The Lady in the Lake trial was a 2005 murder case in which Gordon Park, (born 1944) a retired teacher from Leece, near Ulverston, Cumbria, was jailed for life for the murder of his first wife, Carol Ann Park, in 1976.
Carol Park went missing on July 17, 1976, and was never seen alive again by her family. In 1997, her body was discovered at the bottom of Coniston Water, and Gordon was arrested on suspicion of murder. The charges were subsequently dropped. However, Gordon was arrested again, in 2004, and later found guilty of his wife’s murder. The trial judge sentenced him to life imprisonment and recommended that he should serve a minimum of 15 years before being considered for parole. He is currently living at Strangeways prison and has recently lodged an appeal against his conviction.
The details of the murder are sketchy. However, Carol was killed by her face being smashed by a blunt object of some sort, alleged in court to have been an ice axe. She was then bound with rope, using complex knots, and weighed down with rocks and lead piping, before being thrown overboard from a boat on Coniston Water. The body had landed on an underwater ledge, meaning that it could be found. If it had landed a few metres further from the shore, it would probably have never been discovered.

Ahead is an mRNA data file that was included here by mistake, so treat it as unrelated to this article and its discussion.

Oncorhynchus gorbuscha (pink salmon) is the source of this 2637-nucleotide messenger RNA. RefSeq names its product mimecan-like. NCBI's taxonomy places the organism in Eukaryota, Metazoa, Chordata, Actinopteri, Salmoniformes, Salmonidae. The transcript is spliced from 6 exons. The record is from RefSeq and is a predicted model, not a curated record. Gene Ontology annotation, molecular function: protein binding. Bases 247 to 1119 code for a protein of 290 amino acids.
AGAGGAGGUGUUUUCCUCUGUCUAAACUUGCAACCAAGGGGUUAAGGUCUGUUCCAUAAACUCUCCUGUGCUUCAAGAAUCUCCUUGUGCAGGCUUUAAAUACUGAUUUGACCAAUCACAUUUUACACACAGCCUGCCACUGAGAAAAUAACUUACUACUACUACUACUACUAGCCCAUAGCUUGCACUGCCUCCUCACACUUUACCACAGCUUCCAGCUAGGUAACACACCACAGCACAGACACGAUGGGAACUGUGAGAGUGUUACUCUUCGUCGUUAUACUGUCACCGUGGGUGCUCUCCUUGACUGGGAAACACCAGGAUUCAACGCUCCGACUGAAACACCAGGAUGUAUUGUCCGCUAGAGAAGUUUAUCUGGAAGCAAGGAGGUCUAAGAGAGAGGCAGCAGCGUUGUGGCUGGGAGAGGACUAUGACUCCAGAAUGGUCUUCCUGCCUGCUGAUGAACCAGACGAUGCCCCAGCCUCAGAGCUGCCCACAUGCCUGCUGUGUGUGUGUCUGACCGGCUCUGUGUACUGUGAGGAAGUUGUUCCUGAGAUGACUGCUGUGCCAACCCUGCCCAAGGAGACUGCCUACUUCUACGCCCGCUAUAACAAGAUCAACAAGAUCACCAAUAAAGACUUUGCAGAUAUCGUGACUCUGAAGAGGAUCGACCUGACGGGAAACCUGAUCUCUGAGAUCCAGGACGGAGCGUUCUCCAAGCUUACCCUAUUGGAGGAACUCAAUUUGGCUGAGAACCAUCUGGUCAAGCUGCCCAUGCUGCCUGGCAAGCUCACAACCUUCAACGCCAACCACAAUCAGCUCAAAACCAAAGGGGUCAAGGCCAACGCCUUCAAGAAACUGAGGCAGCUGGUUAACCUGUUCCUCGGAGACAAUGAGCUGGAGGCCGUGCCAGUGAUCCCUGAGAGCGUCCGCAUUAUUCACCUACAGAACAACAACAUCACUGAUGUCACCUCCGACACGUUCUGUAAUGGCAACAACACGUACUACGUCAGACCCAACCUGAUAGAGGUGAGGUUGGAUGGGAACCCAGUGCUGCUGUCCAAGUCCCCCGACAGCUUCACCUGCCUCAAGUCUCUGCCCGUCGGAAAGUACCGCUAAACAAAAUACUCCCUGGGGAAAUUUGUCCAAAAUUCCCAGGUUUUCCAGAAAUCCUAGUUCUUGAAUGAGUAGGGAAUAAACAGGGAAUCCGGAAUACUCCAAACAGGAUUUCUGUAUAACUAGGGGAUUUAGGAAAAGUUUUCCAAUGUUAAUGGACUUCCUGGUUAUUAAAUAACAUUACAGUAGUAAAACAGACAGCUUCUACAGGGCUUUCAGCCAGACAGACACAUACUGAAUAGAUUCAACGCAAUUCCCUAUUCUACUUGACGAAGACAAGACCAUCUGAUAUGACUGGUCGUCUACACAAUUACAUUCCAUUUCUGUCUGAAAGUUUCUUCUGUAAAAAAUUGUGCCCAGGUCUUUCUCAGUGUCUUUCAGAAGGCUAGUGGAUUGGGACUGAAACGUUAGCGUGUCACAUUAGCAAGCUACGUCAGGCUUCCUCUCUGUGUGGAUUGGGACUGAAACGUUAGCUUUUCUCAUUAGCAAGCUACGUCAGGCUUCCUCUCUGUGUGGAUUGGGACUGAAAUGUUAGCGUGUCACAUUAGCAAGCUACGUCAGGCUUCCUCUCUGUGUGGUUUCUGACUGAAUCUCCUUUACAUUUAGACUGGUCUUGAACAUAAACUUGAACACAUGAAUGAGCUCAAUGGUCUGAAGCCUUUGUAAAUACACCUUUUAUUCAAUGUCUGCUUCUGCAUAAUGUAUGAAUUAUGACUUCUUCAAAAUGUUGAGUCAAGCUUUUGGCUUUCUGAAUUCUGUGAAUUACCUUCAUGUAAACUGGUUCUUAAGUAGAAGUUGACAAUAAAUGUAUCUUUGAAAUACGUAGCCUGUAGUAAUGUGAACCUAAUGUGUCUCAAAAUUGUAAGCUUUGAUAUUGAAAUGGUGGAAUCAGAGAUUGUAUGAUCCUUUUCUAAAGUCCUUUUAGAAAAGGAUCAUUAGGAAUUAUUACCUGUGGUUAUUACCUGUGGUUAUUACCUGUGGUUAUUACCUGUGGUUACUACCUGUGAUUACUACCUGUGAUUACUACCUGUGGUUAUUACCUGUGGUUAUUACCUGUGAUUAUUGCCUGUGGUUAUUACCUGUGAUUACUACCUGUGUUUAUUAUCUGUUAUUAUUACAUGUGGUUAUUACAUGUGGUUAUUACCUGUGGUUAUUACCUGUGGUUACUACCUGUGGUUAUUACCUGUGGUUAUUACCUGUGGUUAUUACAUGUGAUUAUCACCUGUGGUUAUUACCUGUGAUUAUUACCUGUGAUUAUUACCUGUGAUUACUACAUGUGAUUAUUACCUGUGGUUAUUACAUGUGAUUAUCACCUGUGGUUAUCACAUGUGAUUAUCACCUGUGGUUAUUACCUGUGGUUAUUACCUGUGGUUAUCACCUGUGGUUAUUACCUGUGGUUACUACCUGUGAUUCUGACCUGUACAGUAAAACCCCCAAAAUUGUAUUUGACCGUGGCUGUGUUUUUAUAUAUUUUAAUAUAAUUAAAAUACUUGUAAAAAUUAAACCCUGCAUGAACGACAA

There is a great deal of controversy surrounding the case. Gordon has received much support from his family and friends, and maintains his innocence. There was a large amount of local interest in the trial, as shown by the sales of the local paper, the North-West Evening Mail. Some now claim that much of the evidence against him can be discounted. There have been vigils and petitions in attempts to free Gordon from prison and clear his name, and the case even featured prominently in the book No Smoke – The Shocking Truth About British Justice, which outlined seven cases the author believed to be examples of innocent people being convicted of murder.